Whether stated explicitly or implied, the theme that binds much of the pandemic malign influence currently targeting western nations is that democracy, both as a system of government and a set of values, is incapable of dealing with the COVID-19 outbreak, notes Haroro J. Ingram, a senior research fellow with the Program on Extremism at George Washington University and a member of the RESOLVE Network’s Research Advisory Council.
But decades of fluctuating support for the U.S. government’s national and foreign policy information sector will take time to overcome. It is little wonder, then, that the policy paper, Persuade or Perish identified inadequate efforts to retain institutional knowledge and limited mechanisms for strategic and communicative coordination as crucial gaps in the current U.S. posture, he writes in Pandemic Propaganda and the Global Democracy Crisis, an exceptionally insightful, must-read article for War On The Rocks:
As detailed in a recent article for the Royal United Services Institute, a diverse spectrum of state and non-state propaganda and disinformation threats targeting democracies like the United States are best understood as anti-democratic influence activities due to their shared strategic logic of intents and effects. As illustrated in Figure 1, anti-democratic malign influence seeks to erode a “trinity of trusts” in target populations: social trust (i.e., trust in others), trust in authority/expertise, and trust in democracy. ….The research underpinning this model suggests that, with ongoing exposure, target populations may become more susceptible to polarizing narratives that offer bipolar explanations for and solutions to their perceptions of crisis.
Need for New Frameworks
Larry Diamond’s recent article in The Journal of Democracy (below) points to the importance of a supportive international environment for increasing democratic resilience, he adds. Pandemic propaganda and disinformation are part of a varied range of anti-democratic influence activities designed to destabilize democratic societies and catalyze the dysfunction of democratic institutions. This has important implications for practice, Ingram contends:
- First, this framework provides multisector practitioners with an overarching paradigm that brings into focus both the intended psychosocial and strategic effects, and the vulnerabilities that these malign influence activities seek to exploit. Consequently, rather than a “whack-a-mole” approach, targeting malign influence actions as they emerge, operational and strategic planning can be guided by a more coherent and encompassing program.
- Second, government officials should look to frame pandemic propaganda and disinformation as not only an assault on public health but on democracy in their addresses. The more that international allies, the private sector, media, civil society, and the general public can be educated about the systemic and ongoing effort to erode the “trinity of trusts” in democracy, the better equipped those sectors will be to identify threats, respond appropriately, and call out those who purposely or inadvertently amplify malign influence efforts…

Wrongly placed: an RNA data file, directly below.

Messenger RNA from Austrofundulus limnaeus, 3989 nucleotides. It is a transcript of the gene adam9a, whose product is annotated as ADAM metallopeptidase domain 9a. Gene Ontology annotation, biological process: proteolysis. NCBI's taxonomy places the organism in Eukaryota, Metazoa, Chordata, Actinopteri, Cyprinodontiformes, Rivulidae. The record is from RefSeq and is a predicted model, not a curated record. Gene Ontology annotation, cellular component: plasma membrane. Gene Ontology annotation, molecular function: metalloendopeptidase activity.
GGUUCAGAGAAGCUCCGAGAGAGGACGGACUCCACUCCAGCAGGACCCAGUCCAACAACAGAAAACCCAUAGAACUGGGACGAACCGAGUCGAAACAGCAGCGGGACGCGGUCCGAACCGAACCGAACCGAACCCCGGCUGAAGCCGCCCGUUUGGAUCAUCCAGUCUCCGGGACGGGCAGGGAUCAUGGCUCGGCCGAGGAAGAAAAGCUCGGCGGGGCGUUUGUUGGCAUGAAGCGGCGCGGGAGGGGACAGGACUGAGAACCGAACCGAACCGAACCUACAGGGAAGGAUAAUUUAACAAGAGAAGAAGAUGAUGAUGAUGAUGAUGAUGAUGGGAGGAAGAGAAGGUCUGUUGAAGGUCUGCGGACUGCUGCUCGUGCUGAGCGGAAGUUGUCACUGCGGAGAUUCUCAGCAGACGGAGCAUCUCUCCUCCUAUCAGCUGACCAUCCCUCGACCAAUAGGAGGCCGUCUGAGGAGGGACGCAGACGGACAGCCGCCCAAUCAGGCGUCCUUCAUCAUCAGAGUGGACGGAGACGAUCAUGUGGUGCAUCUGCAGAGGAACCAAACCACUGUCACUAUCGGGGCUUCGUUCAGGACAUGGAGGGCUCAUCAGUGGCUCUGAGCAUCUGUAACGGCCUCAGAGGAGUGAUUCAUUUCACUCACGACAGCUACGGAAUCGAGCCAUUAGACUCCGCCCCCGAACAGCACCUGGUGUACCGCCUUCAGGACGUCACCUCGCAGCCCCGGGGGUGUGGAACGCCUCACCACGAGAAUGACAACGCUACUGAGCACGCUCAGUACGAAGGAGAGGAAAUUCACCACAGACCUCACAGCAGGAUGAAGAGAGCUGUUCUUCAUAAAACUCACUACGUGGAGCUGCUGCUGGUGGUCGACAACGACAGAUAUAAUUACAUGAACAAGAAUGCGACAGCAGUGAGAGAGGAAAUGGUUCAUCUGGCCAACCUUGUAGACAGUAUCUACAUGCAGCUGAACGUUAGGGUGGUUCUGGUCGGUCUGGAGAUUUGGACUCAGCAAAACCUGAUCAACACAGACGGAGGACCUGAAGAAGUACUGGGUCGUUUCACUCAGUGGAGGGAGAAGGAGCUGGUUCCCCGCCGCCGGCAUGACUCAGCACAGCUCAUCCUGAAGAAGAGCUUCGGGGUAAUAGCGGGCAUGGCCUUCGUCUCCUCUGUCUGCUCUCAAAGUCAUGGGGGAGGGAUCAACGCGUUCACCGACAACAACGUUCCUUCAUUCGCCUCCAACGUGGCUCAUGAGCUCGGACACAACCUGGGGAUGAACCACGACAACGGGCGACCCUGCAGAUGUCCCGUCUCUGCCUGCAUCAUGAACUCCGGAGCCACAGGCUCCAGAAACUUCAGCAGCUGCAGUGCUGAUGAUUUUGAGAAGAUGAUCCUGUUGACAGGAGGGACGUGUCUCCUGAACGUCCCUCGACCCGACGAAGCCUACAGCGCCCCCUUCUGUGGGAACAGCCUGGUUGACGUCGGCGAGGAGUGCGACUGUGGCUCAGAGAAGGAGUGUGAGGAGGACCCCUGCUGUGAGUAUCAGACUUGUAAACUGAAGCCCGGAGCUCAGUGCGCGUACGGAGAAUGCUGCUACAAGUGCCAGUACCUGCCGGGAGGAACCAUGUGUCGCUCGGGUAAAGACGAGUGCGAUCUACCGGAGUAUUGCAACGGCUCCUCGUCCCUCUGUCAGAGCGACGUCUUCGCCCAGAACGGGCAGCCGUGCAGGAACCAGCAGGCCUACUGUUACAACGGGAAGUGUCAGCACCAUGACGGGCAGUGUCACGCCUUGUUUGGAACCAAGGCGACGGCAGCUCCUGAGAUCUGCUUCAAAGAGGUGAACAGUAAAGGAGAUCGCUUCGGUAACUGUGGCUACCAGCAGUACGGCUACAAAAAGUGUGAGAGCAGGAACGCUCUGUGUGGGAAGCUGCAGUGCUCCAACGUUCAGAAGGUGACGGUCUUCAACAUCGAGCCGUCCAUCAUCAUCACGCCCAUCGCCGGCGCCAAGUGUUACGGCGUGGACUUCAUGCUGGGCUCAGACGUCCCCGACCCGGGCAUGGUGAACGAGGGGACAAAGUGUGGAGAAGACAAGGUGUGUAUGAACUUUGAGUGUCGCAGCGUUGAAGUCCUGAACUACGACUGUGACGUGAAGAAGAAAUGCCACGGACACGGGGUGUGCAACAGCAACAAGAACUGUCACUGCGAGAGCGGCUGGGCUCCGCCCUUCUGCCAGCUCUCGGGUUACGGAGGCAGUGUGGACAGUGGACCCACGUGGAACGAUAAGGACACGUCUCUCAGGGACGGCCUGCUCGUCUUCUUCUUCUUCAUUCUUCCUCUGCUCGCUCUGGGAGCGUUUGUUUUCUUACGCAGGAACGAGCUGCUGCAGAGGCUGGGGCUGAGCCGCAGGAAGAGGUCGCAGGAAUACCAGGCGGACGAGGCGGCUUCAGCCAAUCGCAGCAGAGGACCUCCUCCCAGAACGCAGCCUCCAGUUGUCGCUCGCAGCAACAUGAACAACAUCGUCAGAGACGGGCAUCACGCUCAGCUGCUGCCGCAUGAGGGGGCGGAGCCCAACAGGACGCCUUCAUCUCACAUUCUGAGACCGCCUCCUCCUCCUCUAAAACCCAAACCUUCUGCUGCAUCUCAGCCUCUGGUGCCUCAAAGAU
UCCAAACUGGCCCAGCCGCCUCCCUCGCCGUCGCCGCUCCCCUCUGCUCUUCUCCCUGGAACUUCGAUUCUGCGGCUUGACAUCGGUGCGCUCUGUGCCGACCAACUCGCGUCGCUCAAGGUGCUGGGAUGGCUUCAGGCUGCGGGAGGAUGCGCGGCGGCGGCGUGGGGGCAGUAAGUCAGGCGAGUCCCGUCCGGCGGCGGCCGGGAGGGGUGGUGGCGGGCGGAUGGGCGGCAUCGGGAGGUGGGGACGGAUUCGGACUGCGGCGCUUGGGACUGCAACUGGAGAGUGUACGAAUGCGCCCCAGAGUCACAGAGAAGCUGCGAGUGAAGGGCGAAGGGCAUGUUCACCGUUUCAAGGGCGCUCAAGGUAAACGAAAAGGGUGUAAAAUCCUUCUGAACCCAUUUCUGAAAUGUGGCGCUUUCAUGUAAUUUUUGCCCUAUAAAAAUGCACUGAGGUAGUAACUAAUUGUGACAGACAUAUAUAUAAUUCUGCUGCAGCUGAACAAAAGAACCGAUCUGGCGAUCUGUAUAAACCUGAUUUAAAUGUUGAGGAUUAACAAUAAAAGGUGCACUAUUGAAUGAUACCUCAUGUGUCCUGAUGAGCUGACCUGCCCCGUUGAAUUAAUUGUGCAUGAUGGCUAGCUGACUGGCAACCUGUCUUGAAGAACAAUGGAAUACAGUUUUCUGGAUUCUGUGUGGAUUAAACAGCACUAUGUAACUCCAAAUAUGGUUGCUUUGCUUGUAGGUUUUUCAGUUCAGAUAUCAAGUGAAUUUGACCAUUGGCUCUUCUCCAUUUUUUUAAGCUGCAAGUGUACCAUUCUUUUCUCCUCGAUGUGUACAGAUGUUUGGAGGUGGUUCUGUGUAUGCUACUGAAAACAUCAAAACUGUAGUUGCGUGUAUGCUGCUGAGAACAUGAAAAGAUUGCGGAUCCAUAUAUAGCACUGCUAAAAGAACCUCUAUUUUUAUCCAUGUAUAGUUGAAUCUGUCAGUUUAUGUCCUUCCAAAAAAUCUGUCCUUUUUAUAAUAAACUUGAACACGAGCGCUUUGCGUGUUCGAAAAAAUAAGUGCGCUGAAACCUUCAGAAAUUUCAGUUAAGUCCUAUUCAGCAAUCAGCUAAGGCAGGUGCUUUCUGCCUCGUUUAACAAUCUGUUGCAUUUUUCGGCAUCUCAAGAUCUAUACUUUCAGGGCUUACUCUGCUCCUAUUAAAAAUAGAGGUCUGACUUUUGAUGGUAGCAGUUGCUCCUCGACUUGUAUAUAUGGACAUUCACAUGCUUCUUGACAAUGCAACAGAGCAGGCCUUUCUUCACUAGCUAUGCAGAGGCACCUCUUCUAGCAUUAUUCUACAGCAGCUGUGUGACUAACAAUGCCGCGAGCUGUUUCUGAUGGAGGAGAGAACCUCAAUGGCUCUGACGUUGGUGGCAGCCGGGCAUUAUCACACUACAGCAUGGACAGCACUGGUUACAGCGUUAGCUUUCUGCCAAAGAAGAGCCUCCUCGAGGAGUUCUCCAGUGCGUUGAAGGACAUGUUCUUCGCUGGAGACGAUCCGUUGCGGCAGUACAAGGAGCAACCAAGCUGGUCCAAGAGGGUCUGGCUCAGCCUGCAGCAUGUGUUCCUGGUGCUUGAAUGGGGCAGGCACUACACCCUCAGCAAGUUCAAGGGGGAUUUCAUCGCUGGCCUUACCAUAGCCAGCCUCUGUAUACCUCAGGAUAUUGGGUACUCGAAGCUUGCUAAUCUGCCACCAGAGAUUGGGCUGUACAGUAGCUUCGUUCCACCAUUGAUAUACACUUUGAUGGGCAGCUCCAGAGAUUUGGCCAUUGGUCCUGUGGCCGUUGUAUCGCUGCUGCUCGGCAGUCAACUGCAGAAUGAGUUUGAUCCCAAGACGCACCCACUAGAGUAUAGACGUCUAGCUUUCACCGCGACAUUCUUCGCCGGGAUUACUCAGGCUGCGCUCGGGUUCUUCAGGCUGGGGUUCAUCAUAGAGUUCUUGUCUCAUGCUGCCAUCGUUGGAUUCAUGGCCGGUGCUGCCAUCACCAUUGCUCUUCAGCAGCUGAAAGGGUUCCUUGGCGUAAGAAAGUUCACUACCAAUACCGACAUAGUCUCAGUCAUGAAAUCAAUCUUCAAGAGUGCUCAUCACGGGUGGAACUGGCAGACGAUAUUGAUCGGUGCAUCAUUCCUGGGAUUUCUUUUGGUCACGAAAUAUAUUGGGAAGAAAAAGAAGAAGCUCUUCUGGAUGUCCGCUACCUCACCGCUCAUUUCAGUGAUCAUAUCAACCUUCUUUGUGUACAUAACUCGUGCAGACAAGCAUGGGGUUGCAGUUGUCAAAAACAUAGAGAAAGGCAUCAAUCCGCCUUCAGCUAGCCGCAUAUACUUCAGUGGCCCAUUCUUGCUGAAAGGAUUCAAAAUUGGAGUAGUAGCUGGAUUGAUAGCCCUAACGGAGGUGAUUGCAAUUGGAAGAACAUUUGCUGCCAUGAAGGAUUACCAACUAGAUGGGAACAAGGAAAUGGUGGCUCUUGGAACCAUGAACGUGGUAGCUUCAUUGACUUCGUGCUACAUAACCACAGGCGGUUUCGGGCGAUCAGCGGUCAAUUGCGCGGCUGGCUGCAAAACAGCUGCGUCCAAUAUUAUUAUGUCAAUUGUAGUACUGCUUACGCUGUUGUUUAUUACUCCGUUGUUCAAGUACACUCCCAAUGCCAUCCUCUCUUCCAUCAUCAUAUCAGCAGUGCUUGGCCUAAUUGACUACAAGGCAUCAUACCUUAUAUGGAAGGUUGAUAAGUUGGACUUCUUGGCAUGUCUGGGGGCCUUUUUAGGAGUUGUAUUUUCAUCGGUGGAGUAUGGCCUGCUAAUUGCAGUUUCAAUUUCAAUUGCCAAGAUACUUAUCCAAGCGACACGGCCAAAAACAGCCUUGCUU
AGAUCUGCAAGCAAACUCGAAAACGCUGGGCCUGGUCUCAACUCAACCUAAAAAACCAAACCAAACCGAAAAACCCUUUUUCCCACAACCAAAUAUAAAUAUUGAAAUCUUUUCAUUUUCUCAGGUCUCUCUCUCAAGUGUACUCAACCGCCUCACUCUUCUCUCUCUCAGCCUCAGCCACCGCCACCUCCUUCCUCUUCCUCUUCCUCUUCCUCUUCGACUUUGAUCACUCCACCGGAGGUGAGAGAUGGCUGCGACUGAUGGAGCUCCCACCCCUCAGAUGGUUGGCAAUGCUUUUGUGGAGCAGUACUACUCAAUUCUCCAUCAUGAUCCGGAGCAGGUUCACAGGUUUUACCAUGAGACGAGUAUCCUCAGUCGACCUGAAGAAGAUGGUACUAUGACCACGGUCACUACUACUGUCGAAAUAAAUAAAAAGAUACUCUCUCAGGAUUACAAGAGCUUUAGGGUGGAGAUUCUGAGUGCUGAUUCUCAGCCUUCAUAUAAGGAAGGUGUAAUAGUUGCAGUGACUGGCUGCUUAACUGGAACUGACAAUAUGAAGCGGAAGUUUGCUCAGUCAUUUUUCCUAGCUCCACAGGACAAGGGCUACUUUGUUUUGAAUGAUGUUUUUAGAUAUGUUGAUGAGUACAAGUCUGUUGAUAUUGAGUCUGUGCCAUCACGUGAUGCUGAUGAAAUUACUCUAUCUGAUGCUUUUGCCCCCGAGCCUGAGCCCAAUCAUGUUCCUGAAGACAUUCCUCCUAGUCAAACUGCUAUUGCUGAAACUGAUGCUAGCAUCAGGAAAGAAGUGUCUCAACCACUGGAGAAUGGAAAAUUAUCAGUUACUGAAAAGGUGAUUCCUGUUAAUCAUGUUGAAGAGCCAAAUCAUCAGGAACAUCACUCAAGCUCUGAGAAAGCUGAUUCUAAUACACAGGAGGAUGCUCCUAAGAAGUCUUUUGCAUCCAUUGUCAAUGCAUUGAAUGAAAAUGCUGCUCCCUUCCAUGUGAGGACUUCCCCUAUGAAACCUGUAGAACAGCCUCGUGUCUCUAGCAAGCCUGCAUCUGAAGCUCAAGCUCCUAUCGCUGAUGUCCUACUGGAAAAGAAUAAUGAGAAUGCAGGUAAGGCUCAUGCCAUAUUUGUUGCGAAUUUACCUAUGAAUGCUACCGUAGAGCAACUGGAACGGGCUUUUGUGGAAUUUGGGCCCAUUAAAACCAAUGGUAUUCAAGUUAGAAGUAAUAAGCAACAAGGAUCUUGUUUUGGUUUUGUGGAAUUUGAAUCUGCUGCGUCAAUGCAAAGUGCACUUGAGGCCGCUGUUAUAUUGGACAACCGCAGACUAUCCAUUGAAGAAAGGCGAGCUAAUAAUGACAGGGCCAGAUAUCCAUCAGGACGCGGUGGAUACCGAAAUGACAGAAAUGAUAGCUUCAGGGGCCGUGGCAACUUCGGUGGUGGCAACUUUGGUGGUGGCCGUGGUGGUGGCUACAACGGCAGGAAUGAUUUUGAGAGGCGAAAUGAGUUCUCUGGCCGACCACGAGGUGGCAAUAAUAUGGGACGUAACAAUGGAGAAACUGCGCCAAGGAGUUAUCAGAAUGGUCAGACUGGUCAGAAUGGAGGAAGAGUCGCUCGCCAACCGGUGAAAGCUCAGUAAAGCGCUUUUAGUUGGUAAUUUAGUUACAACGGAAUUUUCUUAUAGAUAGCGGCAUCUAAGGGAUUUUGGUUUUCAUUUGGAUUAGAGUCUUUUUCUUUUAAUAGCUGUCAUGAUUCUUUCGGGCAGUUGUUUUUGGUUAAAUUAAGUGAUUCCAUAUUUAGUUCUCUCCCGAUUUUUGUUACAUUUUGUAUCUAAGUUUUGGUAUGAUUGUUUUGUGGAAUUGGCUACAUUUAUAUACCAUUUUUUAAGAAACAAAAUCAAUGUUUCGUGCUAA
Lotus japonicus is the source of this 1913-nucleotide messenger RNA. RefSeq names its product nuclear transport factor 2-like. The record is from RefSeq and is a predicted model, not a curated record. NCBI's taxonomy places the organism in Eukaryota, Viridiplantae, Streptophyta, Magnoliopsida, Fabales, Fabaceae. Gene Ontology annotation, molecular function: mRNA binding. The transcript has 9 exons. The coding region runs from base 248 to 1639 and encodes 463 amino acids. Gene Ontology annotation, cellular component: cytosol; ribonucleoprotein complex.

- Finally, democracies around the world need to establish a unified front against these anti-democratic adversaries. At first, this may be largely symbolic and ad hoc. But, over time, it will be important for a shared understanding of these threats to inform the foundations of a more coordinated global effort of not only intelligence and knowledge sharing, but of messaging and action as well.
As Wallace Carroll, the former deputy-director of the Office of War Information, wrote in his exceptional book Persuade or Perish (above) in 1948: “The psychological war is like that; it is fought, not on two roughly parallel linear fronts, but over the whole 360 degrees of the circle, and the most dangerous and telling blows are sometimes struck by those who in the linear war are on your side.”
Georgetown University’s Walsh School of Foreign Service hosts a webinar on “Effective Leadership in the Time of COVID-19.”
PARTICIPANTS: German Ambassador to the United States Emily Haber; Norwegian Ambassador to the United States Kare Aas; New Zealand Ambassador to the United States Rosemary Banks; and former U.S. Ambassador for Global Women’s Issues; National Endowment for Democracy (NED) board member Melanne Verveer, (above), executive director of the Georgetown Institute for Women, Peace and Security. 10 a.m. May 19, 2020 RSVP
With the help of @aminterest, @4freerussia_org is launching The #Kremlin‘s Influence Quarterly, edited by @A_SHEKH0VTS0V. The 60-minute launch event will include a discussion of Kremlin’s influence in Europe and a Q&A session moderated by @dmarusic. Register here.
Join the Alliance of Democracies @AoDemocracies this Wednesday, May 20th, as @NewsGuardRating‘s MD for Europe @asharling, @UW_iSchool‘s Professor @jevinwest & TCEI Commissioner @JeanneMeserve discuss initiatives that could increase media literacy on social media platforms (see below). Register here. #DEFENDDEMOCRACY